In 2016, college graduates had an average of over $37,000 in student debt. For some, that number was much higher. If you’ve never taken out a loan before, understanding the nuances of the loan repayment process may be difficult. You probably have a lot of questions, but one of the biggest questions you may be asking is, “How long does it take to pay off student loans?” Let’s take a closer look.
Student Loan Repayment Period: How Long Does It Last?
The amount of time it takes to pay back your loans depends on many factors. These could include your credit score, loan interest rates, and whether or not you refinance your loan at any point. One of the biggest factors at play is usually the type of repayment plan you select. Be sure you understand the different repayment plans and how they will impact your repayment schedule.
There are several different types of repayment plans, and the one that you choose will influence how much money you spend each month. It will also affect how long it takes you to pay off your student debt. Below are the four most common repayment options.
1. Standard Repayment Plan
With a Standard Repayment Plan, after a six-month grace period, you make the same loan payment every month through the entire duration of the repayment schedule. Depending on the overall sum of the loan, this could be a relatively high amount. For some people, the amount of money owed on a Standard Repayment Plan might be too much for them right out of college, making this option less attractive or even unfeasible.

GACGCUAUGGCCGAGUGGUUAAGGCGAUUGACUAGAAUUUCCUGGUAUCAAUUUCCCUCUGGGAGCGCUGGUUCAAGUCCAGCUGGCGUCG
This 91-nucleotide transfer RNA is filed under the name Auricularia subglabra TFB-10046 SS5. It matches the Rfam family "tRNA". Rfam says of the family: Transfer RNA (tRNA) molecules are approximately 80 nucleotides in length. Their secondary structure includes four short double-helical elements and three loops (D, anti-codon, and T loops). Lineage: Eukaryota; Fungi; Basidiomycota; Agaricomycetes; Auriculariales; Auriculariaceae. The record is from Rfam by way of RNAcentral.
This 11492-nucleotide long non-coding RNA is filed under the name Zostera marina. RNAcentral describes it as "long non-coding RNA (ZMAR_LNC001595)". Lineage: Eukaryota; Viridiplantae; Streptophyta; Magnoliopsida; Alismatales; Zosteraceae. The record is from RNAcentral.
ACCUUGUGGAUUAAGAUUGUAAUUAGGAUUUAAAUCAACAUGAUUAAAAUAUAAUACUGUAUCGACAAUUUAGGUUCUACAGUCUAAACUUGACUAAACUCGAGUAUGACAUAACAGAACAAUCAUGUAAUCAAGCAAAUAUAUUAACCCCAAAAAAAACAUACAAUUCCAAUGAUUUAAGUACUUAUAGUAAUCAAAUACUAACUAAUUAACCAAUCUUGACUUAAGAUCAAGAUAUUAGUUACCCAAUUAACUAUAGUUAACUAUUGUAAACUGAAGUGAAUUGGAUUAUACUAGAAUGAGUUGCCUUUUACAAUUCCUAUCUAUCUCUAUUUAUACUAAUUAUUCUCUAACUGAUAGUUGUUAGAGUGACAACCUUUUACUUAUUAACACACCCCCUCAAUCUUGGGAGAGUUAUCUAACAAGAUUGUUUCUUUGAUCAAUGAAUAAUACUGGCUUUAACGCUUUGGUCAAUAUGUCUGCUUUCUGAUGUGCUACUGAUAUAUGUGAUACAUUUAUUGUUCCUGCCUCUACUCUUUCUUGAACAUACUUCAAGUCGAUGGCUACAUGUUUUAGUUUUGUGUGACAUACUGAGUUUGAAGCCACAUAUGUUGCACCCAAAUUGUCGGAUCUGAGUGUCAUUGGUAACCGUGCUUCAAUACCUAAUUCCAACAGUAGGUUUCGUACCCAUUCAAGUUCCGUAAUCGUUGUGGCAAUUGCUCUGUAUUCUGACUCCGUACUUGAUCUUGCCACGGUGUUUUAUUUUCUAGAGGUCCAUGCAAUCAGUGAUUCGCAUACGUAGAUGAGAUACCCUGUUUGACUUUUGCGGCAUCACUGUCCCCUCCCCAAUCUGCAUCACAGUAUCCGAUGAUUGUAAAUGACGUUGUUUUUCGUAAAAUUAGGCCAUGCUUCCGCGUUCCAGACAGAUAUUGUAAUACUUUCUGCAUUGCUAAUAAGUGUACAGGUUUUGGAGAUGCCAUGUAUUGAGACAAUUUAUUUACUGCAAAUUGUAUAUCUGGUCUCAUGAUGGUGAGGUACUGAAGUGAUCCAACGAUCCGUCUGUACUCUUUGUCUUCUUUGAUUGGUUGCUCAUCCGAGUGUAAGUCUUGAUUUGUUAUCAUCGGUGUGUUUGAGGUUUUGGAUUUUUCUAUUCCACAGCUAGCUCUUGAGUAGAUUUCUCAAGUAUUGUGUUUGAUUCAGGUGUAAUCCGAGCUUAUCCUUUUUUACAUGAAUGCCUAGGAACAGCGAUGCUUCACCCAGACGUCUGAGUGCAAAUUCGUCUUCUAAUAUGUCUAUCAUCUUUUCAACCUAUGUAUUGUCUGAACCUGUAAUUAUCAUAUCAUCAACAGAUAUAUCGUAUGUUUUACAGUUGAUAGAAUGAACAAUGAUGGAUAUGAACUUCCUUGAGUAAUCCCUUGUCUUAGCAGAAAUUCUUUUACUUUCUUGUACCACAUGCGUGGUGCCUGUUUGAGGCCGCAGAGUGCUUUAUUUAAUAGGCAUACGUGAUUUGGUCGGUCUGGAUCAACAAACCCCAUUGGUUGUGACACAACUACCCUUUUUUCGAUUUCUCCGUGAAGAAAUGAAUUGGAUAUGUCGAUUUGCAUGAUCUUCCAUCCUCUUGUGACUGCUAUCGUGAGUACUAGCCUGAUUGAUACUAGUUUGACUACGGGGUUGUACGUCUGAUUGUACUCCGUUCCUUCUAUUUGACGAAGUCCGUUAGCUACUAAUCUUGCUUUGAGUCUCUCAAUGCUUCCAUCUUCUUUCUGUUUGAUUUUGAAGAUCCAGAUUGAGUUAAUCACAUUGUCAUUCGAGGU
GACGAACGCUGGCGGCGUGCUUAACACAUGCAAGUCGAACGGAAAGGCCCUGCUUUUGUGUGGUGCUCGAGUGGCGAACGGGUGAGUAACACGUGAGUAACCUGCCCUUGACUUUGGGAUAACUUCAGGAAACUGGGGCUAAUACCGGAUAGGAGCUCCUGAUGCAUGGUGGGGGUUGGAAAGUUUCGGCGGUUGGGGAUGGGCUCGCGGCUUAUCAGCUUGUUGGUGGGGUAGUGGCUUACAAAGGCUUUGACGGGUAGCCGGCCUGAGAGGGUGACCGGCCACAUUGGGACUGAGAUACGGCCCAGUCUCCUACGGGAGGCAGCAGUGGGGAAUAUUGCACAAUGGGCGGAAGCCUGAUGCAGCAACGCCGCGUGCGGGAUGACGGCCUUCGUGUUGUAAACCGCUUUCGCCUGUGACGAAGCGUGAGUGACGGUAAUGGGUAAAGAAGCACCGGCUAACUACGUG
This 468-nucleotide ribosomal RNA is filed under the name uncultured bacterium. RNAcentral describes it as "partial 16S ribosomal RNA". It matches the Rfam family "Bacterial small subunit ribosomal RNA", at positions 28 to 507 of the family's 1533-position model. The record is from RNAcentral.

A Standard Repayment Plan allows you to spread the cost of the loan over up to 10 years. Each month for 10 years, you will owe a set amount of money to your student loan. This repayment plan can take time, but it ultimately allows you to pay less money overall because of accumulating interest.
2. Graduated Repayment Plan
A Graduated Repayment Plan has repayment terms that change over the course of the loan. These plans allow you to start your payments low and then increase them every few years until the loan is completely paid off. Like a Standard Repayment Plan, you can have up to 10 years to spread out your loan, with the increases in repayment amounts increasing about every two years.